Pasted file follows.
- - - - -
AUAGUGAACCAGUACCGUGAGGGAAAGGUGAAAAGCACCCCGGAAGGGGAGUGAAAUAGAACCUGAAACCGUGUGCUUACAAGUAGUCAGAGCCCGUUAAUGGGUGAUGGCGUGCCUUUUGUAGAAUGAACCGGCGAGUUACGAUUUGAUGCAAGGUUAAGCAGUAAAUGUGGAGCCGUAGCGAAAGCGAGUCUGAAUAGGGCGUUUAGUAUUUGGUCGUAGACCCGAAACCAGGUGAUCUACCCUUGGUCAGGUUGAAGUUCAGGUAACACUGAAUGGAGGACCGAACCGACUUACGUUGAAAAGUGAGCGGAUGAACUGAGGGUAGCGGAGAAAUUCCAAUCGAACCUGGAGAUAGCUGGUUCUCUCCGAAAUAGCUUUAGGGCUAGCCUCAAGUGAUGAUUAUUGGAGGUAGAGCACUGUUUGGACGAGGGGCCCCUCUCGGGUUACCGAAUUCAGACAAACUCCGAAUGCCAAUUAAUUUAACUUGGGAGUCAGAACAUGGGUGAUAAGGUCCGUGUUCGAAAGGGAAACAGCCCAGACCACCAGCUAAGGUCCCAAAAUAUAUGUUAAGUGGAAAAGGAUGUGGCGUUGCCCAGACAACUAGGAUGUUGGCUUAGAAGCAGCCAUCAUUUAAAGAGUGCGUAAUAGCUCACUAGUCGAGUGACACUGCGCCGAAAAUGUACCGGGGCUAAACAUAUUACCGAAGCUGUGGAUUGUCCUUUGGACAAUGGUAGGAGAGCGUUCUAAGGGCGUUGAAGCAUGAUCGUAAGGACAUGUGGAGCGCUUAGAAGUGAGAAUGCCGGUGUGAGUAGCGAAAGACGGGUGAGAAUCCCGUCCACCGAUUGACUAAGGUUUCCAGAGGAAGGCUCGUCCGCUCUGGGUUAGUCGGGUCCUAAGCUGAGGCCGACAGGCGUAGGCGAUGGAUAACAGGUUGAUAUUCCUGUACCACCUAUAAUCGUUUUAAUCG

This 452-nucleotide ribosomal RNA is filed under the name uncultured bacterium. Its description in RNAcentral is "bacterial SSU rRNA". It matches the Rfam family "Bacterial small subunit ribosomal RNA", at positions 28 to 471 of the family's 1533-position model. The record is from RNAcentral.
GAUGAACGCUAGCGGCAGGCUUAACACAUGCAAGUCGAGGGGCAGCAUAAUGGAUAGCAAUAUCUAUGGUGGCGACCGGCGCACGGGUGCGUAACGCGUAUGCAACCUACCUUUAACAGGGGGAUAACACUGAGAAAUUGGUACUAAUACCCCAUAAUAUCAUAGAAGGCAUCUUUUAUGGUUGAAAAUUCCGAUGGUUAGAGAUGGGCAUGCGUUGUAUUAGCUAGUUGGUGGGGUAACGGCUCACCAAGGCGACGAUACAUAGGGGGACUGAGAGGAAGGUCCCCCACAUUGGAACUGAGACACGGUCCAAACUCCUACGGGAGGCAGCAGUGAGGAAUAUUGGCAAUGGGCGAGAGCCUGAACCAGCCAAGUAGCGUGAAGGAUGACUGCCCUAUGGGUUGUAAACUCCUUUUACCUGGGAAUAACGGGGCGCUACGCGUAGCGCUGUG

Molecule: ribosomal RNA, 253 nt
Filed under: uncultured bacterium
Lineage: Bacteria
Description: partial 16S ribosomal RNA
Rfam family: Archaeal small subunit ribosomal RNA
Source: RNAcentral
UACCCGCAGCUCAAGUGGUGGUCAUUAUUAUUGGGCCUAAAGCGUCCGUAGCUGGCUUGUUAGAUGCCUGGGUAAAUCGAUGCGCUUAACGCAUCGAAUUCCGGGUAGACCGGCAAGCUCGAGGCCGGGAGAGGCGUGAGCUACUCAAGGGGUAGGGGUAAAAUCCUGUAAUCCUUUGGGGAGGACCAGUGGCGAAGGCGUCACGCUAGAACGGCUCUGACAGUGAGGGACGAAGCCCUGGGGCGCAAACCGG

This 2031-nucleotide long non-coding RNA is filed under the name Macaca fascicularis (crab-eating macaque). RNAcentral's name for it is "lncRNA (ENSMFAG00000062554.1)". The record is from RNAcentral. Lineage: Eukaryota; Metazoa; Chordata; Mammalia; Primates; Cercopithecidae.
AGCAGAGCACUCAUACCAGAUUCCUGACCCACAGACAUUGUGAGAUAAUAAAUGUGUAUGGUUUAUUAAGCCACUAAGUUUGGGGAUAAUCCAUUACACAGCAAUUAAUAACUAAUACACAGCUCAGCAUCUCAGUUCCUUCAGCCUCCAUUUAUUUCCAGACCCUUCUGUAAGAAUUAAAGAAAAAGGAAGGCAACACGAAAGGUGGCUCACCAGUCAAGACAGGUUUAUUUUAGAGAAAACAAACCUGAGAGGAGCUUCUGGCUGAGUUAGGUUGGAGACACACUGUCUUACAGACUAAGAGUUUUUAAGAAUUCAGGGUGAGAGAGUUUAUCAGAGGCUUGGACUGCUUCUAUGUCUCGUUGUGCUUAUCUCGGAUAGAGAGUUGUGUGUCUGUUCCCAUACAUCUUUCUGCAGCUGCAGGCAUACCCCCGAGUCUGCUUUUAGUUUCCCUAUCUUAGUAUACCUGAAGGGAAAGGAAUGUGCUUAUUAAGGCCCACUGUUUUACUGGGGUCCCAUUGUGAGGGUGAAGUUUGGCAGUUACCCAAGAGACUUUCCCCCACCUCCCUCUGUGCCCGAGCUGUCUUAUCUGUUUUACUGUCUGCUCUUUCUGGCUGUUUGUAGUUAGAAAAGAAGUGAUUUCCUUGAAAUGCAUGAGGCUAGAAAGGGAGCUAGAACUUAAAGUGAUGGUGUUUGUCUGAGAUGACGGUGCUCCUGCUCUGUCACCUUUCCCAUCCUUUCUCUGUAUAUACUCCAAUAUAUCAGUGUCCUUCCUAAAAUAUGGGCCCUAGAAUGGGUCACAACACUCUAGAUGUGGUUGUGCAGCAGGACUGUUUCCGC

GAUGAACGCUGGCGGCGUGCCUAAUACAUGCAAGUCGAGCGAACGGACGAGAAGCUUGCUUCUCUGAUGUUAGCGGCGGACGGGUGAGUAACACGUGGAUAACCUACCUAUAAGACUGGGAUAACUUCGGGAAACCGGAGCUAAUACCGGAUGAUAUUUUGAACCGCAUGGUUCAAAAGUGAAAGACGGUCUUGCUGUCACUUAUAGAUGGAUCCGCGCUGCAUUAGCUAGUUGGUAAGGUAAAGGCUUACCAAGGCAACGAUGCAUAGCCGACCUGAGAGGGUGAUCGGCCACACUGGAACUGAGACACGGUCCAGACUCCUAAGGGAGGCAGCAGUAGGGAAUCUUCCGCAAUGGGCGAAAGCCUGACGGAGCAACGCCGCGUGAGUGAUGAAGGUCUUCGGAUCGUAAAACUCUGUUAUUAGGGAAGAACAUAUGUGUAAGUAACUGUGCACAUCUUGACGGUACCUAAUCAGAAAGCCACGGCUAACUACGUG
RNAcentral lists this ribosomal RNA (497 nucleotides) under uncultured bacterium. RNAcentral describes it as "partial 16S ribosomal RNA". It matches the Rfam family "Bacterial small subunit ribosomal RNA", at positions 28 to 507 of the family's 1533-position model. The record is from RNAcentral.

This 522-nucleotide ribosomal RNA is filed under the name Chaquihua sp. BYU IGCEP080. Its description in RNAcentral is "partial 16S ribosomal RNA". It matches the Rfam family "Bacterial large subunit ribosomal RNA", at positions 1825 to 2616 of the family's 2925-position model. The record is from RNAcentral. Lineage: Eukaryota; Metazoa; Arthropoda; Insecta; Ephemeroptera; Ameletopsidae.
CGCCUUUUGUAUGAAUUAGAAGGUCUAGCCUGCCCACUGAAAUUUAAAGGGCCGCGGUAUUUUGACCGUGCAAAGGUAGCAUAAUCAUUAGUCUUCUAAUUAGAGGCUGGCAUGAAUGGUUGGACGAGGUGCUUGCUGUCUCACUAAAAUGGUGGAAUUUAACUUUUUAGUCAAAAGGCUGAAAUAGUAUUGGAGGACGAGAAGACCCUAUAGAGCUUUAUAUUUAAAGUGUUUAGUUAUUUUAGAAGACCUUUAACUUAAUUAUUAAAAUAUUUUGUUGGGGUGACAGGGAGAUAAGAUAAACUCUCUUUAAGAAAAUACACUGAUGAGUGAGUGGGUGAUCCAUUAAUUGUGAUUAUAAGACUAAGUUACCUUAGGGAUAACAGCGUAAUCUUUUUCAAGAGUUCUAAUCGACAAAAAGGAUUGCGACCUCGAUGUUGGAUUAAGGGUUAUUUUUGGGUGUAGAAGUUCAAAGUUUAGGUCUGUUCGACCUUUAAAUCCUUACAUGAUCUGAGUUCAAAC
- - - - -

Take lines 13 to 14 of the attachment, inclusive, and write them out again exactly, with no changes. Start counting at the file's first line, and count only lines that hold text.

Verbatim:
GAUGAACGCUGGCGGCGUGCCUAAUACAUGCAAGUCGAGCGAACGGACGAGAAGCUUGCUUCUCUGAUGUUAGCGGCGGACGGGUGAGUAACACGUGGAUAACCUACCUAUAAGACUGGGAUAACUUCGGGAAACCGGAGCUAAUACCGGAUGAUAUUUUGAACCGCAUGGUUCAAAAGUGAAAGACGGUCUUGCUGUCACUUAUAGAUGGAUCCGCGCUGCAUUAGCUAGUUGGUAAGGUAAAGGCUUACCAAGGCAACGAUGCAUAGCCGACCUGAGAGGGUGAUCGGCCACACUGGAACUGAGACACGGUCCAGACUCCUAAGGGAGGCAGCAGUAGGGAAUCUUCCGCAAUGGGCGAAAGCCUGACGGAGCAACGCCGCGUGAGUGAUGAAGGUCUUCGGAUCGUAAAACUCUGUUAUUAGGGAAGAACAUAUGUGUAAGUAACUGUGCACAUCUUGACGGUACCUAAUCAGAAAGCCACGGCUAACUACGUG
RNAcentral lists this ribosomal RNA (497 nucleotides) under uncultured bacterium. RNAcentral describes it as "partial 16S ribosomal RNA". It matches the Rfam family "Bacterial small subunit ribosomal RNA", at positions 28 to 507 of the family's 1533-position model. The record is from RNAcentral.